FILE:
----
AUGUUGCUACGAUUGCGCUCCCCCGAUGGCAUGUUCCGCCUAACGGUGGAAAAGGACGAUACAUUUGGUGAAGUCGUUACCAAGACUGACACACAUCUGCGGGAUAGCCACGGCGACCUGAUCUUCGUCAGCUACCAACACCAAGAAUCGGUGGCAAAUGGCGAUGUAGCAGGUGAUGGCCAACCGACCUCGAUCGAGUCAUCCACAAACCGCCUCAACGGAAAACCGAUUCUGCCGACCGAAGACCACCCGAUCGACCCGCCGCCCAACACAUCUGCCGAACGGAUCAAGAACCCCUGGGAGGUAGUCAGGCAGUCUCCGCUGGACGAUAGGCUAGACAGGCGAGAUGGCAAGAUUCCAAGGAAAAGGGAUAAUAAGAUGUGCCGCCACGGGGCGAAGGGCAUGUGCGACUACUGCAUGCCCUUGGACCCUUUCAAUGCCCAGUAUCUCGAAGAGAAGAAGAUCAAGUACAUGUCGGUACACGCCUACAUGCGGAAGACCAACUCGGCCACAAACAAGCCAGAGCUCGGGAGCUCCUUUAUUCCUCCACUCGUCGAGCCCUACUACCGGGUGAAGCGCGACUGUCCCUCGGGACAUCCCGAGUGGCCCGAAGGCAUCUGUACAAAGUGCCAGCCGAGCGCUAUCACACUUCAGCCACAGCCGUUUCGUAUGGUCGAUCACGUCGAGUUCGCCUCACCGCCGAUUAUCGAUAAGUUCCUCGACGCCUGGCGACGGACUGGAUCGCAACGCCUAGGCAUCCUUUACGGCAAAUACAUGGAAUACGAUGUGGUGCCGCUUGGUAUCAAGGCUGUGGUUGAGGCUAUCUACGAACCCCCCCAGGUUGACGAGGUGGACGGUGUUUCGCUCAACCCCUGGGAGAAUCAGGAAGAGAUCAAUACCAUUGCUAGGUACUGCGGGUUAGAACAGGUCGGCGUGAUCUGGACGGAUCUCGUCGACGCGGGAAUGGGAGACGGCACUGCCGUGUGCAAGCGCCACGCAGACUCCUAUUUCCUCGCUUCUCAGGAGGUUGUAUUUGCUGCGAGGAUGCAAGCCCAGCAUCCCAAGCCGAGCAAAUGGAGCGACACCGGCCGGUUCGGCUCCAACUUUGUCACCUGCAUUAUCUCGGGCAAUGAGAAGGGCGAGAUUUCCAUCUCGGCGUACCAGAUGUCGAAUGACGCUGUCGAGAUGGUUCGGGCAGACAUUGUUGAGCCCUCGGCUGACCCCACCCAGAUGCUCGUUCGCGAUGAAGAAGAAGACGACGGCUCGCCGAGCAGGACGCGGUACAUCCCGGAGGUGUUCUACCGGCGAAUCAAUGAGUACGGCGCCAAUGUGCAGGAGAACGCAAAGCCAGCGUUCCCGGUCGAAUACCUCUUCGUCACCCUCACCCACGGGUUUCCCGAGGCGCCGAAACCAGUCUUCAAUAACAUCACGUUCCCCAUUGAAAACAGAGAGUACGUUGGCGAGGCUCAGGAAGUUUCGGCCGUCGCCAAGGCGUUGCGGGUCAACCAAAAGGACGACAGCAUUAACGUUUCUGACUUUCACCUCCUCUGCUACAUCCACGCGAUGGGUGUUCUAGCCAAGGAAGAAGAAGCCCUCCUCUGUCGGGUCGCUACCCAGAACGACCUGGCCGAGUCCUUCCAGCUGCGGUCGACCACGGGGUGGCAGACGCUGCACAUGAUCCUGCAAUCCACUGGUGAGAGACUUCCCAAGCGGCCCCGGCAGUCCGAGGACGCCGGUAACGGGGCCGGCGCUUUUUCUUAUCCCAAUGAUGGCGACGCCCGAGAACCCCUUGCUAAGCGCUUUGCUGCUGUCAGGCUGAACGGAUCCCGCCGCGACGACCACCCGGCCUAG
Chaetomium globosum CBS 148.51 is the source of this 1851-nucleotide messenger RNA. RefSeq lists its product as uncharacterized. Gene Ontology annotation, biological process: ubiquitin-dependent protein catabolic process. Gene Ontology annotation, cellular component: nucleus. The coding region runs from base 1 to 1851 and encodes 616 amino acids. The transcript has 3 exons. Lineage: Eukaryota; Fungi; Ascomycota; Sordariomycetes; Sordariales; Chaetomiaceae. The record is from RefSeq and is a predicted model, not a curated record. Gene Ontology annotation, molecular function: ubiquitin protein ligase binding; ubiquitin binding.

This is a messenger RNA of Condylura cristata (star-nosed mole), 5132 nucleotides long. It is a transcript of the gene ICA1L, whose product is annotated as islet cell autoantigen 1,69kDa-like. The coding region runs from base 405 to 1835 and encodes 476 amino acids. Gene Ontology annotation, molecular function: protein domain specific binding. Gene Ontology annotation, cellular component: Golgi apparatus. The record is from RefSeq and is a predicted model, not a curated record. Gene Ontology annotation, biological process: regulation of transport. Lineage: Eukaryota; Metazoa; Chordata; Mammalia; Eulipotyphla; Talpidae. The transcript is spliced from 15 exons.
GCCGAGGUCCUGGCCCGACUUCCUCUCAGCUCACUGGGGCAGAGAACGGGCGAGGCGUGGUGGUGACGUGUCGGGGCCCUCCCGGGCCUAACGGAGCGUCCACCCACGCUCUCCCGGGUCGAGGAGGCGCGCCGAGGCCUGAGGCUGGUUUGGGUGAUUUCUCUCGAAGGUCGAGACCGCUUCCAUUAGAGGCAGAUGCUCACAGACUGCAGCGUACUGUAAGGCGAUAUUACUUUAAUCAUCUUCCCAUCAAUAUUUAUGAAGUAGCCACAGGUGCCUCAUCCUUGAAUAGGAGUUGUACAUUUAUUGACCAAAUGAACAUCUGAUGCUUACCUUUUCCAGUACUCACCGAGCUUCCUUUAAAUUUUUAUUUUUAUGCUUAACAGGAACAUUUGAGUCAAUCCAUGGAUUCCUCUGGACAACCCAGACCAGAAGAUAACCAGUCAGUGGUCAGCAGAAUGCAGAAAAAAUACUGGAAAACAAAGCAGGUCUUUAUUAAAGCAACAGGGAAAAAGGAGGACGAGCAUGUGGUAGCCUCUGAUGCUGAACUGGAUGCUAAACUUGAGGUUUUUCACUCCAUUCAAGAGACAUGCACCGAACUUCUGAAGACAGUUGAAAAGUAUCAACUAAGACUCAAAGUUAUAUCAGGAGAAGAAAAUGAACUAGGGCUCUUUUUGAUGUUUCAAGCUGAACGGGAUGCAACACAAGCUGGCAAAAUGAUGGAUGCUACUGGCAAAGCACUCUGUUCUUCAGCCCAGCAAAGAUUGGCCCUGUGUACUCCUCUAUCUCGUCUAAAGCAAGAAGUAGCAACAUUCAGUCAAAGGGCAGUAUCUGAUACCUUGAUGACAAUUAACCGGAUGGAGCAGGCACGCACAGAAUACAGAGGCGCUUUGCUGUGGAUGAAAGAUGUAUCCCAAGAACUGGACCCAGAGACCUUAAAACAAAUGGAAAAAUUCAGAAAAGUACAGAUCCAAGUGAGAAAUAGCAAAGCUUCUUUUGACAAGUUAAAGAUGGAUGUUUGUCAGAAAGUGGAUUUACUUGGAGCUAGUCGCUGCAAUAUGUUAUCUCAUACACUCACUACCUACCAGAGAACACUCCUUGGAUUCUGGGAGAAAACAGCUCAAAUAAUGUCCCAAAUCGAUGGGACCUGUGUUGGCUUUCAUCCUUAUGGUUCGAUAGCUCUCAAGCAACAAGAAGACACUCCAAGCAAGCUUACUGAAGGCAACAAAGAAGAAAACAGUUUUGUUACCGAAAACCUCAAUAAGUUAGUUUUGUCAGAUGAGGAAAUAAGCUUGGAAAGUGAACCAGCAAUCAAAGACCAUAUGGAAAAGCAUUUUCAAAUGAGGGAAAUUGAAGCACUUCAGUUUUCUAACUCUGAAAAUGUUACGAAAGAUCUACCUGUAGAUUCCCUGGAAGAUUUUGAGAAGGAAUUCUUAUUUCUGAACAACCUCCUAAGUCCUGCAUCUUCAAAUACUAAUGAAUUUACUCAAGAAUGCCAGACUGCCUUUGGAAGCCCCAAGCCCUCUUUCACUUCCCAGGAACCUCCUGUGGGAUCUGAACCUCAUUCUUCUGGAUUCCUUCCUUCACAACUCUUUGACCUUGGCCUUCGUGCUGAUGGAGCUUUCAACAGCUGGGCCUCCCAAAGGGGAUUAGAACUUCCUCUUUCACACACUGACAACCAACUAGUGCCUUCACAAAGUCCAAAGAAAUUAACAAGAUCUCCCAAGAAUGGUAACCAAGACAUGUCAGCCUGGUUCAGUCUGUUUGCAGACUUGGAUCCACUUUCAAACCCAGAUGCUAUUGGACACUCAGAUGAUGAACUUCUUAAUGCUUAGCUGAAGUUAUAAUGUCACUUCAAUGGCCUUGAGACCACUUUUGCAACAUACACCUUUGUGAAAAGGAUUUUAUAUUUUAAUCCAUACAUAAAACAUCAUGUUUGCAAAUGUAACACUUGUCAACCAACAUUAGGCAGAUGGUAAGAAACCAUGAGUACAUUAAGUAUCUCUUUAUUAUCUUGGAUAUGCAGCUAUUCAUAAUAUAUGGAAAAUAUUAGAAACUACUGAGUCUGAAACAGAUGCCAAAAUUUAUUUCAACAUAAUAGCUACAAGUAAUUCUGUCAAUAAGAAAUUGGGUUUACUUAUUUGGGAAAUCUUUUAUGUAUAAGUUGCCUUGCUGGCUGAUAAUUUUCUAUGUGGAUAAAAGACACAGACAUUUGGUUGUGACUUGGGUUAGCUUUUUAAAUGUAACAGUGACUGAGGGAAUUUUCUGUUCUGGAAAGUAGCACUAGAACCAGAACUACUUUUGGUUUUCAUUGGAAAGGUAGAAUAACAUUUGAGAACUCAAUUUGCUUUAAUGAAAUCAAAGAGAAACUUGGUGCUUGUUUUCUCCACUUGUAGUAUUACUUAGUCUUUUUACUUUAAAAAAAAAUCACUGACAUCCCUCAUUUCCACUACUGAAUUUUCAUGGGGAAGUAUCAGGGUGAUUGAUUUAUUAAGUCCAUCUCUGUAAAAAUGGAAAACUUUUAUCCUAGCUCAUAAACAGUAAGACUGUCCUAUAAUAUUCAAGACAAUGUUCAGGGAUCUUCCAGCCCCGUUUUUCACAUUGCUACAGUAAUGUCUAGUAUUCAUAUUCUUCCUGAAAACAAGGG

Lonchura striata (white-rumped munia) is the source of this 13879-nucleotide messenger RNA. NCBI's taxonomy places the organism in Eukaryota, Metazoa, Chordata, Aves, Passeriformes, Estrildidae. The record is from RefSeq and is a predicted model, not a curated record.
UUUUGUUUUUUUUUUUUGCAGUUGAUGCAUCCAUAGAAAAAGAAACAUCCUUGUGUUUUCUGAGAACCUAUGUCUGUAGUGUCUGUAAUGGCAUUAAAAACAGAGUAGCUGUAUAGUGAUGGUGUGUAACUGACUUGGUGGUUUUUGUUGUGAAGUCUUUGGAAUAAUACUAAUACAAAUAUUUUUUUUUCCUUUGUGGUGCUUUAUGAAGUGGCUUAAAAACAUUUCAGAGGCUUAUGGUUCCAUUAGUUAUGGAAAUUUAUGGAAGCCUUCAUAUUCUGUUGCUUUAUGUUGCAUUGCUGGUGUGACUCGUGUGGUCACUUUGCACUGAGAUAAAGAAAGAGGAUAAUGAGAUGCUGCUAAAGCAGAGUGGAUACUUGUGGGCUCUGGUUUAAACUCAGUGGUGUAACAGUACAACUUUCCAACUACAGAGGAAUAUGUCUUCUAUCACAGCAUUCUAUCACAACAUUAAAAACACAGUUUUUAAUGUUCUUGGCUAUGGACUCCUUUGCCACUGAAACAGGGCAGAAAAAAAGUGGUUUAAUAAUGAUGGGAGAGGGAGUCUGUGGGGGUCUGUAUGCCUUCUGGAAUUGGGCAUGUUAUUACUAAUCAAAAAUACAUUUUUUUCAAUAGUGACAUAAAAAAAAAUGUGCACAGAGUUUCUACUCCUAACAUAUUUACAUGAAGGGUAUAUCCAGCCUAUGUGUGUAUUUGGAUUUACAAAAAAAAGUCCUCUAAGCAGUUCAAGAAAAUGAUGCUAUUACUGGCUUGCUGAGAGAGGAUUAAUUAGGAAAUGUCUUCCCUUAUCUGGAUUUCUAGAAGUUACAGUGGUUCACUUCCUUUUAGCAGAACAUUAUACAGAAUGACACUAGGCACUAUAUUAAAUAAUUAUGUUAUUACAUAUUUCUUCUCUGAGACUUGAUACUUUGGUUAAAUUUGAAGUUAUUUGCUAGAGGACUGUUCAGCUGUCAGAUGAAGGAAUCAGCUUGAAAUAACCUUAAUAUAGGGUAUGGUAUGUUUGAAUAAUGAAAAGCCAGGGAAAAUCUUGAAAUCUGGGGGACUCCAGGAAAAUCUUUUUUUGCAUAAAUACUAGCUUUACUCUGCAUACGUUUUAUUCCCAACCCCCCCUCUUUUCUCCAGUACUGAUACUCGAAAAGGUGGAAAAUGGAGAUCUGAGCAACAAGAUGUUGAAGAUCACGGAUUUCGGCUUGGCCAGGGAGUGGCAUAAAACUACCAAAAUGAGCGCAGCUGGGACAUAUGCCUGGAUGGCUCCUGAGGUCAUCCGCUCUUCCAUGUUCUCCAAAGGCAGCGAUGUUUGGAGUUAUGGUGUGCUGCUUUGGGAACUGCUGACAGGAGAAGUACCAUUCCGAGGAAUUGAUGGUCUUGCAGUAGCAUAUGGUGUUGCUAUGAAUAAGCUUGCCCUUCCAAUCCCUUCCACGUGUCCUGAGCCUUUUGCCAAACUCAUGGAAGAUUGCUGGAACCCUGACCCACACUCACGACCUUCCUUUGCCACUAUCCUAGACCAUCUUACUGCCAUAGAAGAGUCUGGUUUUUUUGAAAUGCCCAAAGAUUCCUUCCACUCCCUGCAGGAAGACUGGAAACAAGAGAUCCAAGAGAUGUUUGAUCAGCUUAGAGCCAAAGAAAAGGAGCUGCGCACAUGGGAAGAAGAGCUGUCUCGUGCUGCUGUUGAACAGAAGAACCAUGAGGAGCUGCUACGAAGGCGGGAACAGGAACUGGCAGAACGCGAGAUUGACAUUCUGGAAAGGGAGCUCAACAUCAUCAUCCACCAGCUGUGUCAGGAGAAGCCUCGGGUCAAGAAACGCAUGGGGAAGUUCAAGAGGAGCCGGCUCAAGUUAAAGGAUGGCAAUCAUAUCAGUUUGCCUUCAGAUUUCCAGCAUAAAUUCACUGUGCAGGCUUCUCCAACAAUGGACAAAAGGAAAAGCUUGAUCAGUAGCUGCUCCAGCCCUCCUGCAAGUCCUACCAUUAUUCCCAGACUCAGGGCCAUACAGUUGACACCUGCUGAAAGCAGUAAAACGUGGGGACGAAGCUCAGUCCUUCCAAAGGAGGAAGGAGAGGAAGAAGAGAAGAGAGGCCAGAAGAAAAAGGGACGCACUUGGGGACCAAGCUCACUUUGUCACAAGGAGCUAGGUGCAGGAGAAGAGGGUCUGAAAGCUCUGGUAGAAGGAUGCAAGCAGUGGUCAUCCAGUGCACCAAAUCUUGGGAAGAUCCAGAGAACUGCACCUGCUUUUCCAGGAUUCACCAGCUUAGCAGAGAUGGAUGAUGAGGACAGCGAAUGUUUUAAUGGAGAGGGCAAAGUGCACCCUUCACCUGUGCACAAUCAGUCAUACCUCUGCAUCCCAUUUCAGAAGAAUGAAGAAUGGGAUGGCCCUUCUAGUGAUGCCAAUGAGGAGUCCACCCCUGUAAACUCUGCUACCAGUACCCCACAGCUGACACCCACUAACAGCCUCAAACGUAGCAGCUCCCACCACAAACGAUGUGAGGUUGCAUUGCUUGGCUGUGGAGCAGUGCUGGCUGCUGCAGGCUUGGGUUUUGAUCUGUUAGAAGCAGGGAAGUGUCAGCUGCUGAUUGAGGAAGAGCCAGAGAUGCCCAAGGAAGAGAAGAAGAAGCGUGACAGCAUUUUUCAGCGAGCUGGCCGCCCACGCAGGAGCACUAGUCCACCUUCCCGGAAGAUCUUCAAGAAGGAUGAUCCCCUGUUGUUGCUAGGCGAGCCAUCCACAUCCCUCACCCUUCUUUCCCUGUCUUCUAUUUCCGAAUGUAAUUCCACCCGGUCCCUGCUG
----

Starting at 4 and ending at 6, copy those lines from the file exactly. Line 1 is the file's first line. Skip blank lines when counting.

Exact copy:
GCCGAGGUCCUGGCCCGACUUCCUCUCAGCUCACUGGGGCAGAGAACGGGCGAGGCGUGGUGGUGACGUGUCGGGGCCCUCCCGGGCCUAACGGAGCGUCCACCCACGCUCUCCCGGGUCGAGGAGGCGCGCCGAGGCCUGAGGCUGGUUUGGGUGAUUUCUCUCGAAGGUCGAGACCGCUUCCAUUAGAGGCAGAUGCUCACAGACUGCAGCGUACUGUAAGGCGAUAUUACUUUAAUCAUCUUCCCAUCAAUAUUUAUGAAGUAGCCACAGGUGCCUCAUCCUUGAAUAGGAGUUGUACAUUUAUUGACCAAAUGAACAUCUGAUGCUUACCUUUUCCAGUACUCACCGAGCUUCCUUUAAAUUUUUAUUUUUAUGCUUAACAGGAACAUUUGAGUCAAUCCAUGGAUUCCUCUGGACAACCCAGACCAGAAGAUAACCAGUCAGUGGUCAGCAGAAUGCAGAAAAAAUACUGGAAAACAAAGCAGGUCUUUAUUAAAGCAACAGGGAAAAAGGAGGACGAGCAUGUGGUAGCCUCUGAUGCUGAACUGGAUGCUAAACUUGAGGUUUUUCACUCCAUUCAAGAGACAUGCACCGAACUUCUGAAGACAGUUGAAAAGUAUCAACUAAGACUCAAAGUUAUAUCAGGAGAAGAAAAUGAACUAGGGCUCUUUUUGAUGUUUCAAGCUGAACGGGAUGCAACACAAGCUGGCAAAAUGAUGGAUGCUACUGGCAAAGCACUCUGUUCUUCAGCCCAGCAAAGAUUGGCCCUGUGUACUCCUCUAUCUCGUCUAAAGCAAGAAGUAGCAACAUUCAGUCAAAGGGCAGUAUCUGAUACCUUGAUGACAAUUAACCGGAUGGAGCAGGCACGCACAGAAUACAGAGGCGCUUUGCUGUGGAUGAAAGAUGUAUCCCAAGAACUGGACCCAGAGACCUUAAAACAAAUGGAAAAAUUCAGAAAAGUACAGAUCCAAGUGAGAAAUAGCAAAGCUUCUUUUGACAAGUUAAAGAUGGAUGUUUGUCAGAAAGUGGAUUUACUUGGAGCUAGUCGCUGCAAUAUGUUAUCUCAUACACUCACUACCUACCAGAGAACACUCCUUGGAUUCUGGGAGAAAACAGCUCAAAUAAUGUCCCAAAUCGAUGGGACCUGUGUUGGCUUUCAUCCUUAUGGUUCGAUAGCUCUCAAGCAACAAGAAGACACUCCAAGCAAGCUUACUGAAGGCAACAAAGAAGAAAACAGUUUUGUUACCGAAAACCUCAAUAAGUUAGUUUUGUCAGAUGAGGAAAUAAGCUUGGAAAGUGAACCAGCAAUCAAAGACCAUAUGGAAAAGCAUUUUCAAAUGAGGGAAAUUGAAGCACUUCAGUUUUCUAACUCUGAAAAUGUUACGAAAGAUCUACCUGUAGAUUCCCUGGAAGAUUUUGAGAAGGAAUUCUUAUUUCUGAACAACCUCCUAAGUCCUGCAUCUUCAAAUACUAAUGAAUUUACUCAAGAAUGCCAGACUGCCUUUGGAAGCCCCAAGCCCUCUUUCACUUCCCAGGAACCUCCUGUGGGAUCUGAACCUCAUUCUUCUGGAUUCCUUCCUUCACAACUCUUUGACCUUGGCCUUCGUGCUGAUGGAGCUUUCAACAGCUGGGCCUCCCAAAGGGGAUUAGAACUUCCUCUUUCACACACUGACAACCAACUAGUGCCUUCACAAAGUCCAAAGAAAUUAACAAGAUCUCCCAAGAAUGGUAACCAAGACAUGUCAGCCUGGUUCAGUCUGUUUGCAGACUUGGAUCCACUUUCAAACCCAGAUGCUAUUGGACACUCAGAUGAUGAACUUCUUAAUGCUUAGCUGAAGUUAUAAUGUCACUUCAAUGGCCUUGAGACCACUUUUGCAACAUACACCUUUGUGAAAAGGAUUUUAUAUUUUAAUCCAUACAUAAAACAUCAUGUUUGCAAAUGUAACACUUGUCAACCAACAUUAGGCAGAUGGUAAGAAACCAUGAGUACAUUAAGUAUCUCUUUAUUAUCUUGGAUAUGCAGCUAUUCAUAAUAUAUGGAAAAUAUUAGAAACUACUGAGUCUGAAACAGAUGCCAAAAUUUAUUUCAACAUAAUAGCUACAAGUAAUUCUGUCAAUAAGAAAUUGGGUUUACUUAUUUGGGAAAUCUUUUAUGUAUAAGUUGCCUUGCUGGCUGAUAAUUUUCUAUGUGGAUAAAAGACACAGACAUUUGGUUGUGACUUGGGUUAGCUUUUUAAAUGUAACAGUGACUGAGGGAAUUUUCUGUUCUGGAAAGUAGCACUAGAACCAGAACUACUUUUGGUUUUCAUUGGAAAGGUAGAAUAACAUUUGAGAACUCAAUUUGCUUUAAUGAAAUCAAAGAGAAACUUGGUGCUUGUUUUCUCCACUUGUAGUAUUACUUAGUCUUUUUACUUUAAAAAAAAAUCACUGACAUCCCUCAUUUCCACUACUGAAUUUUCAUGGGGAAGUAUCAGGGUGAUUGAUUUAUUAAGUCCAUCUCUGUAAAAAUGGAAAACUUUUAUCCUAGCUCAUAAACAGUAAGACUGUCCUAUAAUAUUCAAGACAAUGUUCAGGGAUCUUCCAGCCCCGUUUUUCACAUUGCUACAGUAAUGUCUAGUAUUCAUAUUCUUCCUGAAAACAAGGG

Lonchura striata (white-rumped munia) is the source of this 13879-nucleotide messenger RNA. NCBI's taxonomy places the organism in Eukaryota, Metazoa, Chordata, Aves, Passeriformes, Estrildidae. The record is from RefSeq and is a predicted model, not a curated record.
UUUUGUUUUUUUUUUUUGCAGUUGAUGCAUCCAUAGAAAAAGAAACAUCCUUGUGUUUUCUGAGAACCUAUGUCUGUAGUGUCUGUAAUGGCAUUAAAAACAGAGUAGCUGUAUAGUGAUGGUGUGUAACUGACUUGGUGGUUUUUGUUGUGAAGUCUUUGGAAUAAUACUAAUACAAAUAUUUUUUUUUCCUUUGUGGUGCUUUAUGAAGUGGCUUAAAAACAUUUCAGAGGCUUAUGGUUCCAUUAGUUAUGGAAAUUUAUGGAAGCCUUCAUAUUCUGUUGCUUUAUGUUGCAUUGCUGGUGUGACUCGUGUGGUCACUUUGCACUGAGAUAAAGAAAGAGGAUAAUGAGAUGCUGCUAAAGCAGAGUGGAUACUUGUGGGCUCUGGUUUAAACUCAGUGGUGUAACAGUACAACUUUCCAACUACAGAGGAAUAUGUCUUCUAUCACAGCAUUCUAUCACAACAUUAAAAACACAGUUUUUAAUGUUCUUGGCUAUGGACUCCUUUGCCACUGAAACAGGGCAGAAAAAAAGUGGUUUAAUAAUGAUGGGAGAGGGAGUCUGUGGGGGUCUGUAUGCCUUCUGGAAUUGGGCAUGUUAUUACUAAUCAAAAAUACAUUUUUUUCAAUAGUGACAUAAAAAAAAAUGUGCACAGAGUUUCUACUCCUAACAUAUUUACAUGAAGGGUAUAUCCAGCCUAUGUGUGUAUUUGGAUUUACAAAAAAAAGUCCUCUAAGCAGUUCAAGAAAAUGAUGCUAUUACUGGCUUGCUGAGAGAGGAUUAAUUAGGAAAUGUCUUCCCUUAUCUGGAUUUCUAGAAGUUACAGUGGUUCACUUCCUUUUAGCAGAACAUUAUACAGAAUGACACUAGGCACUAUAUUAAAUAAUUAUGUUAUUACAUAUUUCUUCUCUGAGACUUGAUACUUUGGUUAAAUUUGAAGUUAUUUGCUAGAGGACUGUUCAGCUGUCAGAUGAAGGAAUCAGCUUGAAAUAACCUUAAUAUAGGGUAUGGUAUGUUUGAAUAAUGAAAAGCCAGGGAAAAUCUUGAAAUCUGGGGGACUCCAGGAAAAUCUUUUUUUGCAUAAAUACUAGCUUUACUCUGCAUACGUUUUAUUCCCAACCCCCCCUCUUUUCUCCAGUACUGAUACUCGAAAAGGUGGAAAAUGGAGAUCUGAGCAACAAGAUGUUGAAGAUCACGGAUUUCGGCUUGGCCAGGGAGUGGCAUAAAACUACCAAAAUGAGCGCAGCUGGGACAUAUGCCUGGAUGGCUCCUGAGGUCAUCCGCUCUUCCAUGUUCUCCAAAGGCAGCGAUGUUUGGAGUUAUGGUGUGCUGCUUUGGGAACUGCUGACAGGAGAAGUACCAUUCCGAGGAAUUGAUGGUCUUGCAGUAGCAUAUGGUGUUGCUAUGAAUAAGCUUGCCCUUCCAAUCCCUUCCACGUGUCCUGAGCCUUUUGCCAAACUCAUGGAAGAUUGCUGGAACCCUGACCCACACUCACGACCUUCCUUUGCCACUAUCCUAGACCAUCUUACUGCCAUAGAAGAGUCUGGUUUUUUUGAAAUGCCCAAAGAUUCCUUCCACUCCCUGCAGGAAGACUGGAAACAAGAGAUCCAAGAGAUGUUUGAUCAGCUUAGAGCCAAAGAAAAGGAGCUGCGCACAUGGGAAGAAGAGCUGUCUCGUGCUGCUGUUGAACAGAAGAACCAUGAGGAGCUGCUACGAAGGCGGGAACAGGAACUGGCAGAACGCGAGAUUGACAUUCUGGAAAGGGAGCUCAACAUCAUCAUCCACCAGCUGUGUCAGGAGAAGCCUCGGGUCAAGAAACGCAUGGGGAAGUUCAAGAGGAGCCGGCUCAAGUUAAAGGAUGGCAAUCAUAUCAGUUUGCCUUCAGAUUUCCAGCAUAAAUUCACUGUGCAGGCUUCUCCAACAAUGGACAAAAGGAAAAGCUUGAUCAGUAGCUGCUCCAGCCCUCCUGCAAGUCCUACCAUUAUUCCCAGACUCAGGGCCAUACAGUUGACACCUGCUGAAAGCAGUAAAACGUGGGGACGAAGCUCAGUCCUUCCAAAGGAGGAAGGAGAGGAAGAAGAGAAGAGAGGCCAGAAGAAAAAGGGACGCACUUGGGGACCAAGCUCACUUUGUCACAAGGAGCUAGGUGCAGGAGAAGAGGGUCUGAAAGCUCUGGUAGAAGGAUGCAAGCAGUGGUCAUCCAGUGCACCAAAUCUUGGGAAGAUCCAGAGAACUGCACCUGCUUUUCCAGGAUUCACCAGCUUAGCAGAGAUGGAUGAUGAGGACAGCGAAUGUUUUAAUGGAGAGGGCAAAGUGCACCCUUCACCUGUGCACAAUCAGUCAUACCUCUGCAUCCCAUUUCAGAAGAAUGAAGAAUGGGAUGGCCCUUCUAGUGAUGCCAAUGAGGAGUCCACCCCUGUAAACUCUGCUACCAGUACCCCACAGCUGACACCCACUAACAGCCUCAAACGUAGCAGCUCCCACCACAAACGAUGUGAGGUUGCAUUGCUUGGCUGUGGAGCAGUGCUGGCUGCUGCAGGCUUGGGUUUUGAUCUGUUAGAAGCAGGGAAGUGUCAGCUGCUGAUUGAGGAAGAGCCAGAGAUGCCCAAGGAAGAGAAGAAGAAGCGUGACAGCAUUUUUCAGCGAGCUGGCCGCCCACGCAGGAGCACUAGUCCACCUUCCCGGAAGAUCUUCAAGAAGGAUGAUCCCCUGUUGUUGCUAGGCGAGCCAUCCACAUCCCUCACCCUUCUUUCCCUGUCUUCUAUUUCCGAAUGUAAUUCCACCCGGUCCCUGCUG